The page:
The Daily Brew: 2020 population estimates compared to 2010

Welcome to the Wednesday, March 24, Brew. Here’s what’s in store for you as you start your day:

  1. Looking at 2020 population estimates compared to 2010
  2. Four more House incumbents not seeking re-election
  3. Indiana governor appoints secretary of state

Looking at 2020 population estimates compared to 2010

You may have heard that results from the 2020 census have been delayed due to the coronavirus pandemic’s effects on data collection last year. I want to give an update on where things stand, along with some population estimates the Census Bureau released last December. 

First, a bit of background: Article I, Section 2 of the U.S. Constitution mandates a census be conducted every 10 years. The 2020 census was the 24th conducted—there’s been a census every decade since 1790.

Census data is used to determine how many members of the U.S. House each state has (also known as congressional apportionment). States also use census data for redistricting.

The Bureau was originally scheduled to deliver apportionment counts to the president by Dec. 31 of last year and redistricting data to the states by March 30 of this year. On Jan. 27, Census Bureau Chief of Decennial Communications and Stakeholder Relations Kathleen Styles said the Bureau plans to deliver its final apportionment report by April 30. The Bureau later said it would deliver redistricting data to the states by Sept. 30

For now, we can look at population estimates for July 1, 2020. The Bureau released that data in December. The Bureau releases annual estimates, in addition to the decennial census. The map below shows changes between 2010 census counts and 2020 population estimates in each state.

Washington, D.C. (not shown above) had the highest estimated gain in population between 2010 and 2020 at 18.46%. The five states with the highest estimated gains were:

  • Utah: 17.58%
  • Texas: 16.76%
  • Idaho: 16.54%
  • Nevada: 16.21%
  • Arizona: 16.10%

The Bureau estimated that six states lost population:

  • West Virginia: -3.68%
  • Illinois: -1.89%
  • Connecticut: -0.48%
  • Vermont: -0.38%
  • New York: -0.21%
  • Mississippi: -0.02%

According to Roll Call, the Census Bureau’s estimates would result in Texas gaining up to three U.S. House seats, Florida could gain two, and Arizona, Colorado, Montana, North Carolina, and Oregon could gain one each. New York could lose two U.S. House seats and the following eight states could lose one seat each—California, Illinois, Michigan, Minnesota, Ohio, Pennsylvania, Rhode Island, and West Virginia.

Ten states lost seats and eight states gained seats in the House following the 2010 census. Click below to see which ones and for more information on the 2020 Census.

Read on

Four more House incumbents not seeking re-election

Last week, we reported that Ann Kirkpatrick (D-Ariz.) was the first House member to announce a 2022 retirement. Within the past few days, four more members have announced they won’t seek re-election next year. That includes two announced retirements and two representatives planning to run for other offices.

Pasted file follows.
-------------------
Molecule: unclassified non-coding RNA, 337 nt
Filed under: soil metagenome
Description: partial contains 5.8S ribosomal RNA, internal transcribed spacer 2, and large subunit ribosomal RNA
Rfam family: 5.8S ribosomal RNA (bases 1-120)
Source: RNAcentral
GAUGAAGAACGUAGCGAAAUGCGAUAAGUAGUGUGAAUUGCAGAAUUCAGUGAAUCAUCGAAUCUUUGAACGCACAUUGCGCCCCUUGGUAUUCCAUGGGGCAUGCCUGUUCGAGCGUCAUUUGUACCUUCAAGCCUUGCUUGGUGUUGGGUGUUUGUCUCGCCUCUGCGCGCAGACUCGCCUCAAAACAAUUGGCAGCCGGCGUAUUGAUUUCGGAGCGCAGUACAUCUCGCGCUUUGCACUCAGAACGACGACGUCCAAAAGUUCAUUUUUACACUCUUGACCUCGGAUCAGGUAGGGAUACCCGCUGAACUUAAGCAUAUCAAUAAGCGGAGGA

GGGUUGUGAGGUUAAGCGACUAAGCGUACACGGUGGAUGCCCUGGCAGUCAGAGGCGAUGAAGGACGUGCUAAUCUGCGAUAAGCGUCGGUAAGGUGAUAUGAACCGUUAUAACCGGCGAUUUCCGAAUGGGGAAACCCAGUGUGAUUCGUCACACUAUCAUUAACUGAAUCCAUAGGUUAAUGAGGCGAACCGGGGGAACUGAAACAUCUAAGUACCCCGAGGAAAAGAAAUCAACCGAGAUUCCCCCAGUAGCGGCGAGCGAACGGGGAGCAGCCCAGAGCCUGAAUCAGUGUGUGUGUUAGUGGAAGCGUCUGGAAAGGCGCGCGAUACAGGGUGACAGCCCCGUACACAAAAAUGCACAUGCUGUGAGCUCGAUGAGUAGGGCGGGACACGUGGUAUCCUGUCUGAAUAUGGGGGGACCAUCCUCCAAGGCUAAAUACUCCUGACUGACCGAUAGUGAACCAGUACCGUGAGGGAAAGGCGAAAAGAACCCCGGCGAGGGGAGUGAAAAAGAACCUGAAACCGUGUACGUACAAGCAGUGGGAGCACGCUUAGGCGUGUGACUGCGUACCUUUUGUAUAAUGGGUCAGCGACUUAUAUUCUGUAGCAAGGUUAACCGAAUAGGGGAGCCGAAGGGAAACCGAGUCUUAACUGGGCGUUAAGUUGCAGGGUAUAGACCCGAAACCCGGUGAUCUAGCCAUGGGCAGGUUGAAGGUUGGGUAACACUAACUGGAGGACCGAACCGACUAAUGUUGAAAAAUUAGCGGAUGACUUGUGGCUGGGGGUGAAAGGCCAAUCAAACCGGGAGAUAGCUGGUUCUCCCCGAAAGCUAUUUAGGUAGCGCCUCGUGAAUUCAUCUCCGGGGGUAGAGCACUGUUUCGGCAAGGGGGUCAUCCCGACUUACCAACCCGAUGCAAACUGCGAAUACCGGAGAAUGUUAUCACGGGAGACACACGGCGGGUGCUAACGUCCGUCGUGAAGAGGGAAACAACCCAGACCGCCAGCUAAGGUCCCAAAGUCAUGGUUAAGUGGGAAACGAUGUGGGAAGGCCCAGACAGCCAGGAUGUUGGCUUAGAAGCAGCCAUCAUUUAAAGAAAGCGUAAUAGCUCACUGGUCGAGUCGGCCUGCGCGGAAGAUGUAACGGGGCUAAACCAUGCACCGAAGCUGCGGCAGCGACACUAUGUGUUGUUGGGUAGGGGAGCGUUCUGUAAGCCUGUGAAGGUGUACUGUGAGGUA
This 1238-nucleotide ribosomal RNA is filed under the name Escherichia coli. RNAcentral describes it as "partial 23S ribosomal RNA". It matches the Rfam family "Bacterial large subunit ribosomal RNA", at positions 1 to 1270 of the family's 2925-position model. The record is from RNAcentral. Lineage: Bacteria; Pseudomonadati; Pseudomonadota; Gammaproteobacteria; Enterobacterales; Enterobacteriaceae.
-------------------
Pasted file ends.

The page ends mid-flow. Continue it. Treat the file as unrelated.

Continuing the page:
The following House members announced retirements:

  • Tom Reed (R-N.Y.)
  • Filemon Vela (D-Texas) 

And the following announced candidacies for other offices:

  • Mo Brooks (R-Ala.), running for U.S. Senate
  • Jody Hice (R-Ga.), running for secretary of state

By the end of March 2019, three incumbents announced they would retire in 2020. Six incumbents had done so by the end of March 2017 in the 2018 cycle. 

In 2020, 36 House members did not seek re-election—26 Republicans, nine Democrats, and one Libertarian. In 2018, 52 members—34 Republicans and 18 Democrats—didn’t run for re-election.

You might remember the chart below from last week, showing how many representatives had announced they weren’t seeking re-election by the number of months away from the general election. We updated our March 2021 figure (20 months away from the 2022 election) below.

Read on 

Indiana governor appoints secretary of state

Indiana Gov. Eric Holcomb (R) appointed Holli Sullivan (R) secretary of state on Feb. 16. Sullivan succeeds Connie Lawson (R), who announced earlier this year that she would resign for health and family reasons. Sullivan will serve until the office’s next scheduled election in November 2022. 

Lawson’s tenure of nine years is the second-longest in the history of the office. Indiana’s first secretary of state, Robert New, served for nine years and one month from 1816 to 1825. Gov. Mitch Daniels (R) appointed Lawson in March 2012 to fill the vacancy created when Charlie White (R) resigned. Lawson was elected to the position in 2014 and 2018.

Sullivan served in the Indiana House of Representatives from 2014 until her recent appointment. She was originally appointed to the state House after Gov. Mike Pence (R) appointed the district’s previous representative, Suzanne Crouch (R), as state auditor. Sullivan was subsequently elected to the legislature four times. 

When a vacancy occurs in the Indiana General Assembly, the party that last held the seat must appoint a replacement, with the approval of the state party chair. The 78th District Republican precinct committeemen will select Sullivan’s successor.

The office of secretary of state exists in 47 states. It does not exist in Alaska, Hawaii, and Utah. Voters elect the secretary of state in 35 states. The governor or state legislature appoints the secretary of state in 12 states. There are currently 25 Republican, 20 Democratic, and one independent secretaries of state. Pennsylvania’s acting secretary—Veronica Degraffenreid—is not affiliated with either party. Gov. Tom Wolf (D) appointed Degraffenreid on Feb. 1.

No states are holding secretary of state elections this year. In 2022, there will be 26 elections for the office.

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